"It doesn't matter what disease we are talking about, whether we are talking about a common cold or about cardiovascular disease, or cancer or osteoporosis, the root is always going to be at the cellular and molecular level, and more often than not insulin is going to have its hand in it, if not totally controlling it."

Forms of Sugar

Sugar is more than that white stuff you put in your coffee. Sugar is everywhere and comes in a variety of shapes and sizes and it is imperative that you know the sneaky forms that sugar comes in if you plan on avoiding it. First and foremost, virtually anything in a bag, box or can has added sugar. There are a very few exceptions to that rule, such as a bag of frozen vegetables, but by and large, any pre-packaged, prepared food is going to have added sugar, period. If you insist on buying packaged foods, read the labels. Anything with a label is bound to have sugar anyway, but read for yourself. Look for any ingredient ending in 'ose'. Fructose, dextrose and glucose are all sugars. Bread has sugar. Pizza has sugar. Sodas, pastries, cakes, cookies, and other goodies all have sugar. Almost everything has some form of sugar in it.

In addition, other foods such as dairy and starches will convert to sugar in your body more rapidly than high protein foods and vegetables. It is important to become familiar with the glycemix index if you wish to lower your sugar intake.

Sugar Alternatives

Ideally you will simply forgo fast food, packaged foods, drinks and baked goods while pregnant for high quality protein and raw produce but it may be very unrealistic for you to change your eating habits cold turkey especially if your family and friends tend to indulge in the foods you are trying to avoid. White sugar is processed with chemicals and all the good nutrients are stripped from it. It is nothing short of poison and you should not touch it. Whatever you do, do not under any circumstances, substitute chemical sweeteners. They are even worse than sugar. Nutrasweet, Aspartame, Sucralose and Splenda. Poison, poison, poison. They are man made, chemical toxins. Do not dream of touching them while you are pregnant if you value your health and the health of your unborn child. They are linked to a myriad of long term, health conditions. Don't even think about it.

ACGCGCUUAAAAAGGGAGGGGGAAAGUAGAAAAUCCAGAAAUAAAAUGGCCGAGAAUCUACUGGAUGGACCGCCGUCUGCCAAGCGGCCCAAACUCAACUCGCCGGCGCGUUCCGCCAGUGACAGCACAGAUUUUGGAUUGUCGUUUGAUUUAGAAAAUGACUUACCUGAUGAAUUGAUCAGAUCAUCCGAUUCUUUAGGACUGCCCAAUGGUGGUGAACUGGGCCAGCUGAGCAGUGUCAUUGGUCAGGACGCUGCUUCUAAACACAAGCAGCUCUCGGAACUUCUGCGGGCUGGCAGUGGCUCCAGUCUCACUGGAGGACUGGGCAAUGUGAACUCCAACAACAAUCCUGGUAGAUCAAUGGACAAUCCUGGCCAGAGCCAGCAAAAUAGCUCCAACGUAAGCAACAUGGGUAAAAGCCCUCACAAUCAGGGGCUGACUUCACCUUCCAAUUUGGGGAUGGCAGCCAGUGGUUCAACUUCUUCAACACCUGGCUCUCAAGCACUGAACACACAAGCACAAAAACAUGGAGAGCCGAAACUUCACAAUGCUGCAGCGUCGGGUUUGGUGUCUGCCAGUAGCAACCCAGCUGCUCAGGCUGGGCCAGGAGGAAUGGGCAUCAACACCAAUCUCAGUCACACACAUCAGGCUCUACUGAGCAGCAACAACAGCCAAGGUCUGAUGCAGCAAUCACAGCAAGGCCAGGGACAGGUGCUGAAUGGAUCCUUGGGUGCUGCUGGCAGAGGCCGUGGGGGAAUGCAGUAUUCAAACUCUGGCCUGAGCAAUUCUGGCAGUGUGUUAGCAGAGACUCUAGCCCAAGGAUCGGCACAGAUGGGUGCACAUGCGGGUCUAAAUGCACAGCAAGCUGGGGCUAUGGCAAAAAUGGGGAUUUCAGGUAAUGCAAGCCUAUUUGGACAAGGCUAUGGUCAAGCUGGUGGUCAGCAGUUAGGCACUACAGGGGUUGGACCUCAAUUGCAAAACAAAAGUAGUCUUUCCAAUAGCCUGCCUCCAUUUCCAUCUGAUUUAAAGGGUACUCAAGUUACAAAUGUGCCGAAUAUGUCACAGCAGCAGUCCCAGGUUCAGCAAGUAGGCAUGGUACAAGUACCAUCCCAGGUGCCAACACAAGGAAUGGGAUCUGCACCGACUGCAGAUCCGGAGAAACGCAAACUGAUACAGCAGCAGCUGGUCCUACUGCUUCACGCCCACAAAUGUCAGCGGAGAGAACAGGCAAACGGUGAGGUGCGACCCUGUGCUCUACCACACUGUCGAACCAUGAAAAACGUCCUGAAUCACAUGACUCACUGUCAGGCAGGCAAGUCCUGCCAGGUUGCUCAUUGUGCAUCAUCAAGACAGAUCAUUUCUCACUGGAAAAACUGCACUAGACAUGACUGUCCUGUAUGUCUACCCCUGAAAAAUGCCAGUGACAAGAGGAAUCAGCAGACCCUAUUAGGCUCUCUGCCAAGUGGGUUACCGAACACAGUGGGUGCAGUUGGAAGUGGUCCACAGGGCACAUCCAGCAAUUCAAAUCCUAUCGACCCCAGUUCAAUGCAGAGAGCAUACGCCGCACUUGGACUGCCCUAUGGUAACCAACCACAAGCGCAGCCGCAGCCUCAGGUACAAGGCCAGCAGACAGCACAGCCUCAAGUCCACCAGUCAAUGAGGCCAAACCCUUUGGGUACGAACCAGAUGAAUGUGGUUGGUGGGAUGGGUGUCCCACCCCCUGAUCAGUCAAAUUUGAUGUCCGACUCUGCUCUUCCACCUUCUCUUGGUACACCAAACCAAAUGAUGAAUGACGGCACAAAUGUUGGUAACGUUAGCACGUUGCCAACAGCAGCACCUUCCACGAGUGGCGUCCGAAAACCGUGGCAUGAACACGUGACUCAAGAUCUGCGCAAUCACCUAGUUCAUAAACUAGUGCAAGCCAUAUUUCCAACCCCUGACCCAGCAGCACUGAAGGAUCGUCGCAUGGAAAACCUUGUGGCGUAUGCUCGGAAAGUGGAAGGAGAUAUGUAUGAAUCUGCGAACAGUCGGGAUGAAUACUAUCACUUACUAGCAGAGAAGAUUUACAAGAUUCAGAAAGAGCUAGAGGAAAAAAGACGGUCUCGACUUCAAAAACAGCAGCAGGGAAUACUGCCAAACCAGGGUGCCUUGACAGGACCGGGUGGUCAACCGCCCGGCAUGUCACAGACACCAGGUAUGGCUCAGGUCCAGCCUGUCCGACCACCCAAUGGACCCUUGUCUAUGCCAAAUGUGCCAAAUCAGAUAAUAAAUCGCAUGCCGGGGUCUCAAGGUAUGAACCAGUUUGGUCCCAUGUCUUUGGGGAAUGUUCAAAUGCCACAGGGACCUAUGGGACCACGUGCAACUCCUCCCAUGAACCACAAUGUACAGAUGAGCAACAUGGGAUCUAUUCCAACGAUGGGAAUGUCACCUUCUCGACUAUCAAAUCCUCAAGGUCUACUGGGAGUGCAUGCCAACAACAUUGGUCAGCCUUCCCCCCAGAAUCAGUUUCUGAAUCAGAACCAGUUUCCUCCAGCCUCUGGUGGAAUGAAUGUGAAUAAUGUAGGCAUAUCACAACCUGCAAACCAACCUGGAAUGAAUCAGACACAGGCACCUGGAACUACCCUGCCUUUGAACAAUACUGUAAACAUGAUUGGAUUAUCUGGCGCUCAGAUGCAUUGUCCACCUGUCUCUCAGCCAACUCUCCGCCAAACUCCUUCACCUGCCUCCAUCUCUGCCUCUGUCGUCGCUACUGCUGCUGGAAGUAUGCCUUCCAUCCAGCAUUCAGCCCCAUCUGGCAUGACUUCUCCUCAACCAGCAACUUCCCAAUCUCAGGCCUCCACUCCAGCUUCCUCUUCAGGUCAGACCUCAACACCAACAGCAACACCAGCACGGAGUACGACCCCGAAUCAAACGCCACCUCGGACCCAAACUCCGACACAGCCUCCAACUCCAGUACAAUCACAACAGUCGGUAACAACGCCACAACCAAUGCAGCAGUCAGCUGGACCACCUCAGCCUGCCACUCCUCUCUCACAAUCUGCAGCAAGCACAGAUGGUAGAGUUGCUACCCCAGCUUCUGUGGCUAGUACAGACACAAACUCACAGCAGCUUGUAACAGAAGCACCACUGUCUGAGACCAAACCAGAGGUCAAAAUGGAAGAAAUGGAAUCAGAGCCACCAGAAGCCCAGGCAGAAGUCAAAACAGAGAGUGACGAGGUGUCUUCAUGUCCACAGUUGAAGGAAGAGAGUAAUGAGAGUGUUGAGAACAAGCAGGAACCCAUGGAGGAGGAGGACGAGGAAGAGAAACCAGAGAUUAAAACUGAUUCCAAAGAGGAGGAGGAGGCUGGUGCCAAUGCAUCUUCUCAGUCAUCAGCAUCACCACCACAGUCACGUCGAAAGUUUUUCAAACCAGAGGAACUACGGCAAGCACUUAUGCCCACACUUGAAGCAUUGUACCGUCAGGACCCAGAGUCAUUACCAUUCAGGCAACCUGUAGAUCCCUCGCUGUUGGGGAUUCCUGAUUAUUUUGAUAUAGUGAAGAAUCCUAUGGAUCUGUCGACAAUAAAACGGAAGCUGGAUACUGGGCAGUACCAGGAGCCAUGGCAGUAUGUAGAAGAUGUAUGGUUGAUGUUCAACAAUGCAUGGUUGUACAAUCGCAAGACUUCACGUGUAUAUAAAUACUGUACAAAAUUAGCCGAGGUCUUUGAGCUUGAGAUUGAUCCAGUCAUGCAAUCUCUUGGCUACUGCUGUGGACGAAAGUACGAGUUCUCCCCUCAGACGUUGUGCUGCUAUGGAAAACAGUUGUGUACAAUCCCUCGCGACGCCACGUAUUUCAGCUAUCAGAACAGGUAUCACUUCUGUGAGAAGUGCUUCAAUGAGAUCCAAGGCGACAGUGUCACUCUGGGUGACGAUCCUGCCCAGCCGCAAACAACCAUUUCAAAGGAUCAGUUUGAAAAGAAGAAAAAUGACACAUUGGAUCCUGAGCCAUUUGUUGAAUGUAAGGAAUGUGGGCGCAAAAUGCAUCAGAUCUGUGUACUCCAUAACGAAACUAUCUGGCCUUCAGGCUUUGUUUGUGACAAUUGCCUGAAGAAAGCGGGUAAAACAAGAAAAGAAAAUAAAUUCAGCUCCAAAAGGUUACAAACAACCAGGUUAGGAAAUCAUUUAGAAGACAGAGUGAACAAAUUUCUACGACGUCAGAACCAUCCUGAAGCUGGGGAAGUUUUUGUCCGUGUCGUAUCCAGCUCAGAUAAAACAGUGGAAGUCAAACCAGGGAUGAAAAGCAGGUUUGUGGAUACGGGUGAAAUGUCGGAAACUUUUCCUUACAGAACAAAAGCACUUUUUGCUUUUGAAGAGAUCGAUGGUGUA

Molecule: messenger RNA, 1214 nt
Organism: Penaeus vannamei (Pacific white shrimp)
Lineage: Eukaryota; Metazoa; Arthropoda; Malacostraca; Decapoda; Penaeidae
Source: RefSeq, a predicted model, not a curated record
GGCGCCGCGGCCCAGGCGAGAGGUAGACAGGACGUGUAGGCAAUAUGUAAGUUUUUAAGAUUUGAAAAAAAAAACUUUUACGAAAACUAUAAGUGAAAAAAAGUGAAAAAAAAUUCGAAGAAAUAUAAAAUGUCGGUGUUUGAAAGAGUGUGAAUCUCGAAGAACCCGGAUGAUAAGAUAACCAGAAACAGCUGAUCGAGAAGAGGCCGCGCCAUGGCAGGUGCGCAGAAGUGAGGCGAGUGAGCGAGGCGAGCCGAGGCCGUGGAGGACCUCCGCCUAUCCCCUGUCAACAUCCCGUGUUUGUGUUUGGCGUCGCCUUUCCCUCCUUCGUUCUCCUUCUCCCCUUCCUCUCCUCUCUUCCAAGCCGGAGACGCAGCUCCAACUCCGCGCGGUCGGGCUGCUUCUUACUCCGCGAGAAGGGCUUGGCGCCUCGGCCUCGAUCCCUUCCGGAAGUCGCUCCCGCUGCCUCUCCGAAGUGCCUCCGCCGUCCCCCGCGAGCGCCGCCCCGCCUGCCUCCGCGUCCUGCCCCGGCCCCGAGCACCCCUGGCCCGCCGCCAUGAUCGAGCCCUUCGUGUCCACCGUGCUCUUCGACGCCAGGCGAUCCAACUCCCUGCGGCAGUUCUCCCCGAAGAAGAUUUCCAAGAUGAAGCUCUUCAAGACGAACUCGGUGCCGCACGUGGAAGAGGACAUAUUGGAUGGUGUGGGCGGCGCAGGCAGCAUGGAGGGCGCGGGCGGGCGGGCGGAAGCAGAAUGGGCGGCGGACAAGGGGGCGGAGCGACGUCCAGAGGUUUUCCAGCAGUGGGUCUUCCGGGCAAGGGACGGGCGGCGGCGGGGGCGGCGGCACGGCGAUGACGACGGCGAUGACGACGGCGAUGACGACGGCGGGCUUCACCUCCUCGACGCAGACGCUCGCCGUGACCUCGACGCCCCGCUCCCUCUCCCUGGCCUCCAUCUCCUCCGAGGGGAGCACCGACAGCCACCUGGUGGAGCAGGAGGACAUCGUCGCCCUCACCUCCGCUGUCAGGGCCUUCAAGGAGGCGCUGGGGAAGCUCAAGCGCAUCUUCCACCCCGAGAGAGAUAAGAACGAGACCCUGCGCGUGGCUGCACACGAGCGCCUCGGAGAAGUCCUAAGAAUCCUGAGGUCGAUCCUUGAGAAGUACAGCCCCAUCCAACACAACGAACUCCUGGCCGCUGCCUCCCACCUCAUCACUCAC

If the package says, "low sugar" or "sugar free", run don't walk the other way. If you would like to still have a little bit of sweetness in your life go ahead, in moderation, by choosing sweeteners made by mother nature. Enjoy these options in their raw, natural forms and keep in mind that they are still high on the glycemic index and can also contribute to tooth decay.

Blackstrap molasses is exceptionally healthy and will add delicious maltiness to coffee and baked goods. Raw, organic honey with propolis is also considered an amazing health food and is an excellent sugar replacement. Stevia is another natural sugar alternative but has not been tested on pregnant women, so you may wish to err on the side of caution. Even sugar itself is loaded with nutrients if it is raw, organic and untouched. If is is just a sugar fix you crave, get some high quality organic, fair trade chocolate. It will load you up with antioxidants and potentially keep your stress level down if you are a real sugar addict.

Women quit smoking when they find out they are pregnant. Women stop drinking when they find out they are pregnant and women should also stop eating sugar when they find out they are pregnant if they value their health and the health of their beautiful, unborn child. More resources about sugar dangers: Pregnancy: High-Normal Blood Sugar Risky - Sugar in Urine During Pregnancy - Dr. Greene recommends blood test for glucose, called HgA1C Image source: Christine Mahler on Flickr:

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  • Sheryl Lyon
Comments 65
  • Bedward

    Sugar is a killer. Most processed foods contain corn syrup which is probably the most addictive sugar there is. The manufacturers do this to create a dependency much like nicotine.

    Did you know that one of the holistic treatments for cancer is to deprive the body of sugar. Apparently cancer cells love sugar. They are always in our system albeit dormant but sugar awakens them.

  • Natural Pregnancy
    Natural Pregnancy

    @Caryn Meeks:

    I am sorry to hear that. Junk food and candy is not a smart choice anytime but especially not during pregnancy.

    Perhaps you could try a subscription to Healthy Pregnancy magazine or get her some books on pregnancy nutrition. You can also try to provide her with healthy snacks like fruit or nuts and make sure she has a high quality food based prenatal and omega 3 supplement.

    Many people do not respond well to unsolicited advice and often have their minds made up from other information sources. It is too bad but there often is not much you can do. I wish you the best.

  • Caryn Meeks
    Caryn Meeks

    Thanks for the info my sons girlfriend (17) is preganant she is a junk food junkie and she doesnt think all the candy she eats wont hurt the baby ant suggestions???

  • Natural Pregnancy
    Natural Pregnancy

    @26 weeks and a 3 week cold:

    Thanks for writing 26 weeks and congratulations on your pregnancy! I am the author of the article, and it was not meant to be a strong attitude toward pregnant women. I am also currently pregnant (27 weeks) and I fully understand the temptations and ailments that pregnant women face.

    Most people do not realize how damaging sugar can be to the human body (particularly refined, processed sugars) whether you are pregnant or not and the article is merely trying to convey a sense of urgency because the damage from sugar is heightened during pregnancy.